Julianne Kimmel didn’t know what she wanted to be when she grew up. But now, as the owner of Lone Wolf Salon, she’s managed to build a life from one of her passions and found a way to move her community forward to a brighter future.
As a youngster, Kimmel explored a few different interests before one finally spoke to her. “I played the violin, the viola and cello, and wanted to go to Western,” she says, “but then quit because I wanted to be an actor. That didn’t work out, so I went to dental assisting school — and realized I don’t do well with blood.”
She remembered wanting to be a makeup artist at one point, and although there were no programs available in Bellingham, a cosmetology license would get her closer to that goal. During her classes at Tony & Guy, inspiration finally struck.
“As soon as I had the shears in my hand and I stood behind the chair, I knew that was what I was going to be,” she says.
Kimmel’s career began at a salon in the mall before she made her move into downtown Bellingham. “I’ve always been intrigued by barbering and shaving, and I had the chance to work under Wally at Wally’s Barbershop,” she says. “I really liked that he was old-school; he learned barbering in the 1950s, and then he had some military background, I believe, and that’s where I got my intensive training.”
While she loved the education and the atmosphere, she knew she wanted to learn more. “I’m a ‘keep-moving-forward’ kind of person. If I feel stagnant, I get restless,” Kimmel says.
After gathering more experience downtown, and then at a shop started by a former coworker, her desire to call her own shots met with a promise she’d made to herself earlier. “It was actually a quarter-life crisis type of thing,” says Kimmel. “When I was in beauty school, I told myself I was going to own my own business when I was 30. So, when I was 29, I did the numbers, and realized it wasn’t much of a crazy move, financially.”
Opening a salon of her own has meant that Kimmel is free to create the kind of world she wants to live in.
“Growing up in Bellingham, it was very difficult finding a stylist. I remember going from salon to salon with my mom and being turned down because they did not do my type of hair, so I ended up cutting my own hair — and looking back, it was terrible,” she says with a laugh. “I still speak to a lot of multicultural people who are cutting their own hair. I like to help empower them to realize their hair is beautiful, and there are people out there with the knowledge to help them out.”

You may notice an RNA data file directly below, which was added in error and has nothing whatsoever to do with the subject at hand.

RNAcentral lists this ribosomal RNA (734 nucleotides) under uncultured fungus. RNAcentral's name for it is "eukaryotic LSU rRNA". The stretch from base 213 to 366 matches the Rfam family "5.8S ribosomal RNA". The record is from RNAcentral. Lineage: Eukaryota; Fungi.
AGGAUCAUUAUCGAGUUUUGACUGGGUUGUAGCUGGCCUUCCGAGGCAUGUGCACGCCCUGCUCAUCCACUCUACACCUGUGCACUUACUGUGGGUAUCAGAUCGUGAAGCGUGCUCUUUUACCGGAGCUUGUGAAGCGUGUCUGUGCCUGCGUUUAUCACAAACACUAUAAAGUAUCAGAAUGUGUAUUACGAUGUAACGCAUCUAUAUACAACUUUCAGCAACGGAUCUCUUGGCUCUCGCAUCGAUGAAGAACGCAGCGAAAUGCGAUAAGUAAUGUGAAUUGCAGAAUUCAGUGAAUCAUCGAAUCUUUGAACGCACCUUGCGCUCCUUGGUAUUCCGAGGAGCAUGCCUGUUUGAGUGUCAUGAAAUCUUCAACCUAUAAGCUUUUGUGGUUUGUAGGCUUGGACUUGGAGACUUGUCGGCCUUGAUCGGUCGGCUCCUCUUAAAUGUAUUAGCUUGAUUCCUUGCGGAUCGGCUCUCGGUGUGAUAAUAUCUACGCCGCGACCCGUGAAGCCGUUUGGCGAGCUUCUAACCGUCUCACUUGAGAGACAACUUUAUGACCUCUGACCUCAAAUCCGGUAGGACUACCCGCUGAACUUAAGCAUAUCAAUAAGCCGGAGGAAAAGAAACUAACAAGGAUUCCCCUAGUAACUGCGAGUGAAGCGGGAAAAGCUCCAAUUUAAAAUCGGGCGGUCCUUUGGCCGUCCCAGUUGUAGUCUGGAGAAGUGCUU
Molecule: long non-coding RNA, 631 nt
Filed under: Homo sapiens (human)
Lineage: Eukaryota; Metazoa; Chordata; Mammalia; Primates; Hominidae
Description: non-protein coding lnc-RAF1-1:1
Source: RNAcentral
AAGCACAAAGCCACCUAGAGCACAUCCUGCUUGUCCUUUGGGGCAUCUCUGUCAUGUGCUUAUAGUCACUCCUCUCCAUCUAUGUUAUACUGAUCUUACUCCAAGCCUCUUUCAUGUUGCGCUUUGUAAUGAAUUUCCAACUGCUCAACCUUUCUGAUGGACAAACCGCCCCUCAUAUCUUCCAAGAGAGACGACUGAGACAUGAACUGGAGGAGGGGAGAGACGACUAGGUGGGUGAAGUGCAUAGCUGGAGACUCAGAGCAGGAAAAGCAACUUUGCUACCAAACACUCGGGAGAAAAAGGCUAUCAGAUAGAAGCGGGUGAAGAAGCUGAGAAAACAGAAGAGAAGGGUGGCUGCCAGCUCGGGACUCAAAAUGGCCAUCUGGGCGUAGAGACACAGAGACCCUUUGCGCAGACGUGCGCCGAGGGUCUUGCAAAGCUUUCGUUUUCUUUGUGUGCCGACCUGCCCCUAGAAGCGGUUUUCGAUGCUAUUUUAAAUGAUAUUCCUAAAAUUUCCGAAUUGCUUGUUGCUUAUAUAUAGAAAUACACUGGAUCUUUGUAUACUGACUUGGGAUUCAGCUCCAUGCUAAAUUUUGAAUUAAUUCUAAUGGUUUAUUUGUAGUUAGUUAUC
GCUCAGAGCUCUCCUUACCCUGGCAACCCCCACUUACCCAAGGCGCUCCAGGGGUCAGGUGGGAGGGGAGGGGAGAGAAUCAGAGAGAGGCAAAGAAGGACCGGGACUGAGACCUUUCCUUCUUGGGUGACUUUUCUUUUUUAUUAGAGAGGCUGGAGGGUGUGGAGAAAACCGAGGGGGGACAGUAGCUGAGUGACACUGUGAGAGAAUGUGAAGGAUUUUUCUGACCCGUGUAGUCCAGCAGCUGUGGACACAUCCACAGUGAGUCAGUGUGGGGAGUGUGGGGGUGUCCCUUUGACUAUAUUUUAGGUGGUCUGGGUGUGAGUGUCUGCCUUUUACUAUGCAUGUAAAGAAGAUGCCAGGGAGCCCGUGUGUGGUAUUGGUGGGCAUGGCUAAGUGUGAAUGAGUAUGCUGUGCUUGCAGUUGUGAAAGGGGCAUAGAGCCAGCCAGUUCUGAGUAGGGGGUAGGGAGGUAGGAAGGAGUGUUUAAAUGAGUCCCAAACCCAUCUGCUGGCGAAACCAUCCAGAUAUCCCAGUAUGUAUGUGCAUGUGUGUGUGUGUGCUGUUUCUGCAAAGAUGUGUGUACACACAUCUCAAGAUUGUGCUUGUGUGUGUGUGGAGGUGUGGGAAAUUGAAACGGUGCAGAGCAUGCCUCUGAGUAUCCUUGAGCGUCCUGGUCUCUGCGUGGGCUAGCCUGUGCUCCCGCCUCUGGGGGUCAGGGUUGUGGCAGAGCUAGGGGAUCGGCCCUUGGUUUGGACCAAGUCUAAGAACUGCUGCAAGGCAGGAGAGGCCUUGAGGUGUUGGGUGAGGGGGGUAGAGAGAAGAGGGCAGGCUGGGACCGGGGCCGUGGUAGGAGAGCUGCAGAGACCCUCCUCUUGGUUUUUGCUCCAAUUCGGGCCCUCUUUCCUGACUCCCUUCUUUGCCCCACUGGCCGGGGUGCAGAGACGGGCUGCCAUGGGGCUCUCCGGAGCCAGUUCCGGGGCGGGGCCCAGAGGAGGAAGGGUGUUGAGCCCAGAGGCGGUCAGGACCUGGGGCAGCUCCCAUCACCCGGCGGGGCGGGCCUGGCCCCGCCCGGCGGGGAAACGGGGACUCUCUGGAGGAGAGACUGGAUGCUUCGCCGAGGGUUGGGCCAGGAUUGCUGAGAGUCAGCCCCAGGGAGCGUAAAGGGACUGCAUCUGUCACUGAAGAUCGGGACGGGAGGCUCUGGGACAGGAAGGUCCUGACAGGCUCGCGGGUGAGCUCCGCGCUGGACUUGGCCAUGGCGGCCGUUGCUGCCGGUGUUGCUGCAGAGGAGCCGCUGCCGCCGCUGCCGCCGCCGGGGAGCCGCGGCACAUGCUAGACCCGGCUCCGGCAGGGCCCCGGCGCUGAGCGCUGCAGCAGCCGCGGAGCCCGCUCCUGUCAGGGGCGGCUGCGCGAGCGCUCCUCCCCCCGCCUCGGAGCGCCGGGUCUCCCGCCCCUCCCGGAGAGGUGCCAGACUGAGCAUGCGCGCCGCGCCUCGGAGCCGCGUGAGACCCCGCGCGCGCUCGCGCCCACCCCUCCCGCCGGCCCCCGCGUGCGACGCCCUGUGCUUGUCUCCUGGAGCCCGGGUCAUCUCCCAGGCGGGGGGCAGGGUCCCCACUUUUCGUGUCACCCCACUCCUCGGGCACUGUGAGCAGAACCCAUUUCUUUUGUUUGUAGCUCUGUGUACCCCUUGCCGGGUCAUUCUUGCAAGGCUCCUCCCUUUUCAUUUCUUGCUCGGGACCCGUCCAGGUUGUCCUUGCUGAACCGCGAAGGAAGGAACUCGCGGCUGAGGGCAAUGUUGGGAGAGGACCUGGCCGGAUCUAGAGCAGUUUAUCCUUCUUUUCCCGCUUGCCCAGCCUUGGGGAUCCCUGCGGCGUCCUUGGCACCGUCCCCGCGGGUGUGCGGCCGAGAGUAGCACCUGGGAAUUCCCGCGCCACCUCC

And while it can be difficult to find someone in the local area qualified to work with Black hair, Kimmel has seen that people of all ethnicities can grow all sorts of hair. So, in an industry that has traditionally charged customers based on their sex and ethnicity, Kimmel has chosen to instead evaluate the amount of work that needs to be done. “I remember doing a really quick clipper cut,” she says, “and I was about to charge twice as much because it was for a woman. I said, ‘I am deciding, right now, that this is not okay.’”
This also means that Kimmel has a different approach to clients who do not find a place for themselves within traditional male or female roles. “I think it can be very difficult for someone who is non-binary to select a men’s cut or a women’s cut,” she says. “I feel like there are a lot more businesses becoming more inclusive, but for the most part it still called men’s or women’s.”
Moving beyond tradition is one way Kimmel allow clients to feel truly relaxed inside of Lone Wolf Salon — a feeling people don’t always get at hair appointments. “I don’t think it’s anyone’s fault,” she says. “You come in with greasy hair, and you’re surrounded by gorgeous women, and you’re like, ‘I should’ve put on some mascara.’ I really want the point to be that people can come into my salon as they are.”
Kimmel is serious about making people comfortable in her salon because she knows the power a haircut can have. “I can see it in the way that somebody walks out of my salon a little bit taller, or if I’m blow drying somebody’s hair and they do a glamorous flip, or the different way they look at themselves in the mirror,” she says. “That, to me, is emotional.”
Sitting in her Bellingham Bay-facing studio, talking about her values, Kimmel is proud of what she’s accomplished.
“I did have people helping me along the way, but I literally started in this room with just a camping chair,” she says, looking around the bright, open space. “I’m still building, and I would one day like to have people come to Bellingham and offer classes for ethnic hair. I do appreciate the connections I make in my own private spot but would like to grow my wolf pack eventually. But my vision is still to have a salon that is inclusive to everyone.”